Good question. I thought at the time what hurt Carter was the logjam at wide receiver with Tim Brown and Andre Reed. But my feeling was Carter was the best of the three. I thought he was the best boundary receiver I’d ever seen (and only Julio Jones’ Super Bowl catch might make me rethink my long-term position on that).


Any chance those voting down T.O. are trying to send a message to current NFL star receivers? Two of the best in the game (Odell Beckham Jr. and Antonio Brown) have certainly had some questionable moments that aren’t appreciated by the NFL establishment. In a time when fines seem relatively ineffective, what better way to put guys like that on notice than to threaten their potential  future Hall of Fame chances?

—John Chadwick, Rhode Island

I am in the room, and I certainly didn’t feel that or hear that among the 48 voters. But I can’t say it’s categorically not true, because I’m not in the minds of the voters. Just one of them.

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Perhaps if the commissioner who purportedly is defending the integrity of the league didn’t blatantly lie as much as this one, I would agree with you.

— Peter B.

Whatever. I just didn’t think it was a good look. Many of you disagree with me.

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In response to Michael Bennett’s quote on why he’s skipping the NFL players’ trip to Israel, shame on him. Bennett may or may not know it but he is caving to the anti-Israel “Boycott, Divest and Sanctions” (BDS) movement. The movement makes Israel out to be the world’s biggest violator of human rights (including comparisons to the Nazis) while ignoring any wrongdoings by the Palestinians, not to mention the world’s greatest human rights violators. While there’s nothing wrong with criticizing Israel, in the vast majority of Jewish and pro-Israel circles BDS is seen as an anti-Semitic movement. Not a single Western government in the world supports BDS. In the United States, the movement has bipartisan opposition. Does Michael Bennett know what he’s supporting? He can certainly look at this complicated issue from the Palestinians’ perspective, but this Broncos fan thinks Bennett needs to have a conversation with Robert Kraft and Julian Edelman, the two biggest Israel supporters in the NFL who can offer Bennett a very different point of view.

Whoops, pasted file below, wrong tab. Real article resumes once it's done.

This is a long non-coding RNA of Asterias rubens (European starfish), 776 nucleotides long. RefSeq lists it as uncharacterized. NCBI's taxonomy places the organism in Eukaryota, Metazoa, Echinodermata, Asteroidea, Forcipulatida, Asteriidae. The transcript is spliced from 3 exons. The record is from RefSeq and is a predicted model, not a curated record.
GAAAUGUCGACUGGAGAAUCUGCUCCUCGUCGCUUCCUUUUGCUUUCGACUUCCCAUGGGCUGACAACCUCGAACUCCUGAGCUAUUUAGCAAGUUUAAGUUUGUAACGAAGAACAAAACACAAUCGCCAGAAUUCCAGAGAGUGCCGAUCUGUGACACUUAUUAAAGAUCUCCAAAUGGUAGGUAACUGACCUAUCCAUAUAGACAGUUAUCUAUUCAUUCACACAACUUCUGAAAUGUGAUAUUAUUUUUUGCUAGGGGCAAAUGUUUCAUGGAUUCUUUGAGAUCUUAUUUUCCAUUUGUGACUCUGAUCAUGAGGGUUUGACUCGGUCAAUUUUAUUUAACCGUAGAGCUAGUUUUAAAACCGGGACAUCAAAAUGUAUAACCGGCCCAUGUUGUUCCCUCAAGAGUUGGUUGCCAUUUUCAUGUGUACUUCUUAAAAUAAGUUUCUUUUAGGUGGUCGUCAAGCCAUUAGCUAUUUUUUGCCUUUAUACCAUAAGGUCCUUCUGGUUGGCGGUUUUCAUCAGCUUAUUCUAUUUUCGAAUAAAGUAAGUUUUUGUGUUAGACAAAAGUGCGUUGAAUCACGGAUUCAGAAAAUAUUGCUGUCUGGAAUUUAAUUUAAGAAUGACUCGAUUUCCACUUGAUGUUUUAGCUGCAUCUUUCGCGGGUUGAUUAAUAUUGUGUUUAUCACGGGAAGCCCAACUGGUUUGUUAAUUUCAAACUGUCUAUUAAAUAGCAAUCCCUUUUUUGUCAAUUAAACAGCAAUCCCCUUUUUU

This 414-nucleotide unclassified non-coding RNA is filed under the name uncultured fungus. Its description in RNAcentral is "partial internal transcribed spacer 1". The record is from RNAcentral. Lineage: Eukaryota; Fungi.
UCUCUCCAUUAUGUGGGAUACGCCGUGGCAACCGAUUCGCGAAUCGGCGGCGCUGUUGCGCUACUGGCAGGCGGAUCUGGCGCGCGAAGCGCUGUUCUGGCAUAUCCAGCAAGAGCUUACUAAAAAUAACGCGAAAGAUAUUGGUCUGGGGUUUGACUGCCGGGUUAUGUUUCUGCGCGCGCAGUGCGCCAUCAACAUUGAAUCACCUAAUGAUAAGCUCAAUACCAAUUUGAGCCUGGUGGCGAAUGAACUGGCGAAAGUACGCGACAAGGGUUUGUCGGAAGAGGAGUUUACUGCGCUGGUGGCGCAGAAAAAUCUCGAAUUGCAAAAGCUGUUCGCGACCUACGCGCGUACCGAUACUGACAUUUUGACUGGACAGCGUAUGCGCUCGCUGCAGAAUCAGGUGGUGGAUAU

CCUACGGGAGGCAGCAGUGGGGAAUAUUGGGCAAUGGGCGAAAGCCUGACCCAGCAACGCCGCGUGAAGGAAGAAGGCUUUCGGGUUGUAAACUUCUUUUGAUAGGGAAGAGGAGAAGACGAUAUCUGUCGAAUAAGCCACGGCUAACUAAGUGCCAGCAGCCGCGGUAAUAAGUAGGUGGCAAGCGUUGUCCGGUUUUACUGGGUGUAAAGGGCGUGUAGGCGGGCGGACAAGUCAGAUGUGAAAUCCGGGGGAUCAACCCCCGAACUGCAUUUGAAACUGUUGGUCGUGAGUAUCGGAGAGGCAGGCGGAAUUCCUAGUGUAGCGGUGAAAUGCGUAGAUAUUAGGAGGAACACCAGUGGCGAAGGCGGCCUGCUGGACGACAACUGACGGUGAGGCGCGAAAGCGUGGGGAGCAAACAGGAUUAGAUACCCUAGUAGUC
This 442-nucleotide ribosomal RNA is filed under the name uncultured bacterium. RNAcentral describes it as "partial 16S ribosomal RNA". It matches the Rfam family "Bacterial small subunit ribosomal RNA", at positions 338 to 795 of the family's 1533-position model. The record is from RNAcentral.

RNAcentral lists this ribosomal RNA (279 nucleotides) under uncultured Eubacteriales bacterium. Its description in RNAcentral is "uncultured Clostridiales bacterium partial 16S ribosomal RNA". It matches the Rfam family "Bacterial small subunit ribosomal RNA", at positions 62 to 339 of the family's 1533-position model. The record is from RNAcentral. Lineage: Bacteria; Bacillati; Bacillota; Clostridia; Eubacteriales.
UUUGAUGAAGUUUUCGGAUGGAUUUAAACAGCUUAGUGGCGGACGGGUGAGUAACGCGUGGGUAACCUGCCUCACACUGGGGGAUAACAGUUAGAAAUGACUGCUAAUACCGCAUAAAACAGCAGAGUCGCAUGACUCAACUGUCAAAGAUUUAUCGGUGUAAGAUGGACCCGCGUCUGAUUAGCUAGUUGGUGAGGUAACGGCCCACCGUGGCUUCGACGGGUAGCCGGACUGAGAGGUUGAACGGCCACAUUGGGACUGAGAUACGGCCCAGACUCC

—Aron, Denver 

Bennett is a very smart guy; listen to my podcast with him back in September and you’ll see. I find no problem whatsoever with a player exercising his free-speech rights, and exercising his right to back out of a trip if he feels it’s going to be used for a purpose he does not support.


Enjoyed your Monday column with Tom Brady recapping that incredible comeback. As a lifelong Pats fan who lived through many lean years prior to TB12, I simply cannot get enough of any story that adds any bit of information and color about Brady and this magical run. But I have a question for Tom. And perhaps Robert Kraft. You’re 39 years old and say you feel better than ever. You just had arguably your best season ever. You’re at the top of your game and say you want to keep playing and there is no end in sight. So you go to Montana. And go skiing. Skiing??? And two years ago jumped off a cliff in Costa Rica? I get that you need to live life but, how many people tear up their knees skiing? Why take that chance? (Unless he’s on a bunny slope with those cute little Bradys.) But if the football gods kept you relatively healthy for the season, I can think of at least six reasons not to tempt fate.

—Gary Wynn

Gary, I heard from a few people who said the exact same thing. I would just say this: Tom Brady has earned the right to do whatever he wants in the off-season, even if it makes Patriots fans uneasy.

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You are KILLING me!  There is only one other person OTHER than Tom Brady I would rather have met up with in a brewery somewhere here in Big Sky Country, and that is YOU!  Love your work, I am one of your biggest fans. You couldn’t make a quick stop at a brewery for a meet and greet with your fans??  We could have done a fundraiser, sold some tickets. Promise us this: At some point before you call it a career, you will make a stop at a brewery here in Big Sky country and have a brew and tell a story for a good cause with your northern, rural fans. Deal?

— Guy in Montana

I promise. There just wasn’t time this time. But I love Montana. Can I say that any stronger? It’s so beautiful, so pristine, so great. I will come back, as long as the Moose Drool will flow.


Peter, please let us know when you and Tom are getting married.


From what I saw Sunday, he seemed pretty happy with his current spouse.